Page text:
Answer: If you can pay the loan off, then do. You are legally responsible for this debt, and the longer it goes unpaid the worse the damage to your credit scores.

If this were a federal student loan, you would have the option of rehabilitation, which can erase some of the negative marks on your credit reports after you make a series of on-time payments. Because it’s a private loan — I know this because federal student loans don’t have co-signers — you probably don’t have a rehabilitation option (although it certainly doesn’t hurt to ask).

Once the loan is paid off, you can proceed with the refinancing but you probably will find that lenders want to base the loan on your battered scores, rather than your wife’s better ones. That means you might not qualify, or you might have to pay a much higher rate. If she can qualify for the refinance on her own, that’s one option. Otherwise, you might have to wait for your credit to heal before you refinance.

Q&A: Fixing a wounded credit score

Dear Liz: My wife and I co-signed on our daughter’s mortgage, then the home went into foreclosure. My wife and I have no debt and a net worth that exceeds $1 million. We purchased our cars with cash and the single credit card we have with a $35,000 limit is paid off in full each month. Since the foreclosure, our FICO score has been in the “fair” range. We have no plans to take out a loan for anything and plan to continue our “cash and carry” lifestyle. However, the low FICO is a little disconcerting. It appears the only cure is time (measured in years). We welcome any additional guidance.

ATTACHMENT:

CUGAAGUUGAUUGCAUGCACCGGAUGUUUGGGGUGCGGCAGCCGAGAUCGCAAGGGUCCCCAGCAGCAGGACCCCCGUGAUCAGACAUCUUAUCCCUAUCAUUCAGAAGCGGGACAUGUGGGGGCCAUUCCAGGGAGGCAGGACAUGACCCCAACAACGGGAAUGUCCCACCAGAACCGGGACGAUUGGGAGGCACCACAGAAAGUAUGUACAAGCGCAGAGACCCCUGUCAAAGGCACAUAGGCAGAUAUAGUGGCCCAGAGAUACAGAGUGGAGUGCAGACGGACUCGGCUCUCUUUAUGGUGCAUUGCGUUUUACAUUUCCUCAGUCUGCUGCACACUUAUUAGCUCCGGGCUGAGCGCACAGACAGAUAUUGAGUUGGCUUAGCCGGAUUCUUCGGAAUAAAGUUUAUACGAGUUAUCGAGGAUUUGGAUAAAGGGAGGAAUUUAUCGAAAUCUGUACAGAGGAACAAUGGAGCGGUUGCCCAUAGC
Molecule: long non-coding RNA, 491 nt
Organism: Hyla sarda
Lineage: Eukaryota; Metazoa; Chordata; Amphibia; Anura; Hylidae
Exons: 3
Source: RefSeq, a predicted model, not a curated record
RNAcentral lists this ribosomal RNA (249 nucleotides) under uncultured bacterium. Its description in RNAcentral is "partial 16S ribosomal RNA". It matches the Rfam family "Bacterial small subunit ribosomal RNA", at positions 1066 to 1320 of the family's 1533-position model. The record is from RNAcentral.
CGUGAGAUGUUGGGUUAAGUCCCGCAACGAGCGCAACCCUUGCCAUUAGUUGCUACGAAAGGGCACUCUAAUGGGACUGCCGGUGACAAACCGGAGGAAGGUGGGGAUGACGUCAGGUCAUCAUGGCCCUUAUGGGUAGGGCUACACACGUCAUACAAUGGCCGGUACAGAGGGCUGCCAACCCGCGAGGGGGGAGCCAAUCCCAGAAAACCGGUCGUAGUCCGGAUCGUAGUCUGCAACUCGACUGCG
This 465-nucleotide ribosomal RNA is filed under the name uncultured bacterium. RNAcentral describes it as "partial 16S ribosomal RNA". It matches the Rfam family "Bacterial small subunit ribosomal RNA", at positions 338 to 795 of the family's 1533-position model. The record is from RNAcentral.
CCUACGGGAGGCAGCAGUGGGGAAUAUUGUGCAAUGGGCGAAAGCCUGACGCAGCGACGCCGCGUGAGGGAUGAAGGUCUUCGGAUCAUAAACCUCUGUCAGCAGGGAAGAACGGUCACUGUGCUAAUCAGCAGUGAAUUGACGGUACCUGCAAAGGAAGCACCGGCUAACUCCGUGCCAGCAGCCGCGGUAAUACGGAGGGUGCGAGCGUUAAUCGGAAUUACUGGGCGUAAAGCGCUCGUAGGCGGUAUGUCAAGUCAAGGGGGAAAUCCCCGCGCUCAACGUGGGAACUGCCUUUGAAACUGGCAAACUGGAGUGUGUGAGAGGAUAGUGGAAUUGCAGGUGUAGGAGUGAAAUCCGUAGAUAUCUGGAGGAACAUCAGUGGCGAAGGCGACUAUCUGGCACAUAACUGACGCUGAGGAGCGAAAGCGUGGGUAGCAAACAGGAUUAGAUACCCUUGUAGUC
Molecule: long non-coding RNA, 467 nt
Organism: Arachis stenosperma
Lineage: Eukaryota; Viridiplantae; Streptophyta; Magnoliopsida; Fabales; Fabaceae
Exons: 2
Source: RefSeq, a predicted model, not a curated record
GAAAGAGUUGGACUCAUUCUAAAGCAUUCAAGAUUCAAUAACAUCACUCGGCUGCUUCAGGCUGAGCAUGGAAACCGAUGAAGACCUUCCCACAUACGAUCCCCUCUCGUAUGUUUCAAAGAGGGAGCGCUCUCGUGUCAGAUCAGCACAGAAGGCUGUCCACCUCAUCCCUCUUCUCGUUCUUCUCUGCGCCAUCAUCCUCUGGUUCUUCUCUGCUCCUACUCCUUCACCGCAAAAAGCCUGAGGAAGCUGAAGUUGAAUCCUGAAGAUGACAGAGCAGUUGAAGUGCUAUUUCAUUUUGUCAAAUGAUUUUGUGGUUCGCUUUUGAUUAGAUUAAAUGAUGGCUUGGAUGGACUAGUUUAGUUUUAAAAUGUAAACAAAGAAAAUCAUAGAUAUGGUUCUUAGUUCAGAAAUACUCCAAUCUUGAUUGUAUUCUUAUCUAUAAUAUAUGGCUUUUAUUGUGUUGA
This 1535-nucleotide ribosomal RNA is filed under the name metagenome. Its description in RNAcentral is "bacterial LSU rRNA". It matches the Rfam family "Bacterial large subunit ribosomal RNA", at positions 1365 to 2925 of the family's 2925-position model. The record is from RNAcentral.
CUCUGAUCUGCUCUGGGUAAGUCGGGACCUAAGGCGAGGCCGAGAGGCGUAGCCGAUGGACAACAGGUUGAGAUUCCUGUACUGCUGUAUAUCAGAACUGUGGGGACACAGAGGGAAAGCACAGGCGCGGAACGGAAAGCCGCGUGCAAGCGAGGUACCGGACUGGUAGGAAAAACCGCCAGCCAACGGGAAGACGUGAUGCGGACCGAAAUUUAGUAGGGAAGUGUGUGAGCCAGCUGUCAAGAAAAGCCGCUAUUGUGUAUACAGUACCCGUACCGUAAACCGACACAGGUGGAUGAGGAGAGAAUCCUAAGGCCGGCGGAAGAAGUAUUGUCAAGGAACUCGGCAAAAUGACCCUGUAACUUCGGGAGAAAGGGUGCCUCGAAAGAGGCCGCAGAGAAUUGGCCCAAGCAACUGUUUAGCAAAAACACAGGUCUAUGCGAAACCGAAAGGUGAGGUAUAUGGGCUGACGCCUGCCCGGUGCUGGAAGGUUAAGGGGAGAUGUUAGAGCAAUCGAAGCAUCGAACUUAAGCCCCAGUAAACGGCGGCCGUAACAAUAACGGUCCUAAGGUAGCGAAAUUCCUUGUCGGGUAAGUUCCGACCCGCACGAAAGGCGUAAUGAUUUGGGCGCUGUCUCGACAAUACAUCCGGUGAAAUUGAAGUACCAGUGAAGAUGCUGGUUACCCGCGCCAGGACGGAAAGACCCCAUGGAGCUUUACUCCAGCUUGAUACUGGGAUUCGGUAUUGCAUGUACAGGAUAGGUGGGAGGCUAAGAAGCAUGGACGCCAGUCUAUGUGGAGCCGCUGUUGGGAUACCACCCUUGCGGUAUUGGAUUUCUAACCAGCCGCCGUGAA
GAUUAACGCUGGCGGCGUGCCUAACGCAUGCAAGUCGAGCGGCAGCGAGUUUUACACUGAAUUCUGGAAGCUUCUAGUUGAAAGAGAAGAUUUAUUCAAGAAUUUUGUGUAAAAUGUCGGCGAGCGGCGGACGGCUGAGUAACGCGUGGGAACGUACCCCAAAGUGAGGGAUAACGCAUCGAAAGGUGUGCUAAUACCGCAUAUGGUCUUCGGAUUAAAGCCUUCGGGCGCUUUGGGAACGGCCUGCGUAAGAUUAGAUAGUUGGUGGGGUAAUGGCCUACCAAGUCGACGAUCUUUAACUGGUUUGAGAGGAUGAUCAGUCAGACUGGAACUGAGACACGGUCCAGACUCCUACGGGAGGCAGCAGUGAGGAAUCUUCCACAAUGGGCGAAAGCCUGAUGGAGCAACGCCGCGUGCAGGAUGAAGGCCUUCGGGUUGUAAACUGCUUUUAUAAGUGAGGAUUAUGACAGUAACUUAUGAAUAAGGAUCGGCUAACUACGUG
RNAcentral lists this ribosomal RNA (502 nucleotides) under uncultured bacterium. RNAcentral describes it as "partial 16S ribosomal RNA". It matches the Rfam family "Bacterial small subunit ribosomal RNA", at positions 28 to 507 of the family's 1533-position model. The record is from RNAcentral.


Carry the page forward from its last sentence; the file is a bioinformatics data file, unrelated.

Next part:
Answer: You can’t fix your wounded FICO scores overnight, but you could speed up your credit score rehabilitation by adding one or two more credit accounts to your mix. At least one of those accounts should be an installment loan, since scoring formulas want evidence you can handle different types of credit. If you don’t want an auto or personal loan, then consider a “credit builder” loan that puts your payments into a certificate of deposit that you claim when all the payments have been made. Credit builder loans are offered by credit unions and some online lenders.

Is it worth the effort, even though you don’t plan to borrow? In most states (although not California), credit scores heavily influence what you pay for auto and homeowners’ insurance. People who don’t have the best scores can pay hundreds of dollars more each year for coverage. Credit scores also may be used to determine deposits for utilities and wireless service. If you need to rent an apartment, your credit scores matter as well.